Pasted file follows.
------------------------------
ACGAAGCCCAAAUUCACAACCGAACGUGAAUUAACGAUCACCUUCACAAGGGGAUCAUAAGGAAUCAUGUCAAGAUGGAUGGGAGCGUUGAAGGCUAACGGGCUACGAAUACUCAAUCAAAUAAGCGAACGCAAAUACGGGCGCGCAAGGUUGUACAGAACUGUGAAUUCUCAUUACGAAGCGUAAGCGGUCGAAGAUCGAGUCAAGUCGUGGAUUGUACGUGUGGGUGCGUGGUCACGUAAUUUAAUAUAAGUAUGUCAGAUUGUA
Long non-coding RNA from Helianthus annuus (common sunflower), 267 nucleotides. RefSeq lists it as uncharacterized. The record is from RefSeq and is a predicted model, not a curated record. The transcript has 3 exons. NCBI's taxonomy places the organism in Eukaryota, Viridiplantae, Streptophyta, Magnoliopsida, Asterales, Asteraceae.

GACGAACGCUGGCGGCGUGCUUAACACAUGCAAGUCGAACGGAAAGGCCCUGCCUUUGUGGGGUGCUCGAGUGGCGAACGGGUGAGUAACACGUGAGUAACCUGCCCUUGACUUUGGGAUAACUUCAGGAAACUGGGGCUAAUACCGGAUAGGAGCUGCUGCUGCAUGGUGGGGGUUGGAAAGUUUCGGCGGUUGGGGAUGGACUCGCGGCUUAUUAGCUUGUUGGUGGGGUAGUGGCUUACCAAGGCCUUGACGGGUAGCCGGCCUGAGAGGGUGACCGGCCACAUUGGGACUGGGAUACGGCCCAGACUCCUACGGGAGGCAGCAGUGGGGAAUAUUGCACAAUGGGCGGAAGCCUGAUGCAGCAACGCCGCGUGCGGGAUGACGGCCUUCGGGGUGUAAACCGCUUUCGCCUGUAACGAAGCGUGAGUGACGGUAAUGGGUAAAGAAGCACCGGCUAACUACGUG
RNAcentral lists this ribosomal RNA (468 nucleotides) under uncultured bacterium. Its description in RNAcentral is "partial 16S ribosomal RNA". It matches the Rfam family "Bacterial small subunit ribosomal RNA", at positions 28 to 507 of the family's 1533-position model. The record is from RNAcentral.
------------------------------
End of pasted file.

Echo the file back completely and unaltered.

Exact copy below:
ACGAAGCCCAAAUUCACAACCGAACGUGAAUUAACGAUCACCUUCACAAGGGGAUCAUAAGGAAUCAUGUCAAGAUGGAUGGGAGCGUUGAAGGCUAACGGGCUACGAAUACUCAAUCAAAUAAGCGAACGCAAAUACGGGCGCGCAAGGUUGUACAGAACUGUGAAUUCUCAUUACGAAGCGUAAGCGGUCGAAGAUCGAGUCAAGUCGUGGAUUGUACGUGUGGGUGCGUGGUCACGUAAUUUAAUAUAAGUAUGUCAGAUUGUA
Long non-coding RNA from Helianthus annuus (common sunflower), 267 nucleotides. RefSeq lists it as uncharacterized. The record is from RefSeq and is a predicted model, not a curated record. The transcript has 3 exons. NCBI's taxonomy places the organism in Eukaryota, Viridiplantae, Streptophyta, Magnoliopsida, Asterales, Asteraceae.

GACGAACGCUGGCGGCGUGCUUAACACAUGCAAGUCGAACGGAAAGGCCCUGCCUUUGUGGGGUGCUCGAGUGGCGAACGGGUGAGUAACACGUGAGUAACCUGCCCUUGACUUUGGGAUAACUUCAGGAAACUGGGGCUAAUACCGGAUAGGAGCUGCUGCUGCAUGGUGGGGGUUGGAAAGUUUCGGCGGUUGGGGAUGGACUCGCGGCUUAUUAGCUUGUUGGUGGGGUAGUGGCUUACCAAGGCCUUGACGGGUAGCCGGCCUGAGAGGGUGACCGGCCACAUUGGGACUGGGAUACGGCCCAGACUCCUACGGGAGGCAGCAGUGGGGAAUAUUGCACAAUGGGCGGAAGCCUGAUGCAGCAACGCCGCGUGCGGGAUGACGGCCUUCGGGGUGUAAACCGCUUUCGCCUGUAACGAAGCGUGAGUGACGGUAAUGGGUAAAGAAGCACCGGCUAACUACGUG
RNAcentral lists this ribosomal RNA (468 nucleotides) under uncultured bacterium. Its description in RNAcentral is "partial 16S ribosomal RNA". It matches the Rfam family "Bacterial small subunit ribosomal RNA", at positions 28 to 507 of the family's 1533-position model. The record is from RNAcentral.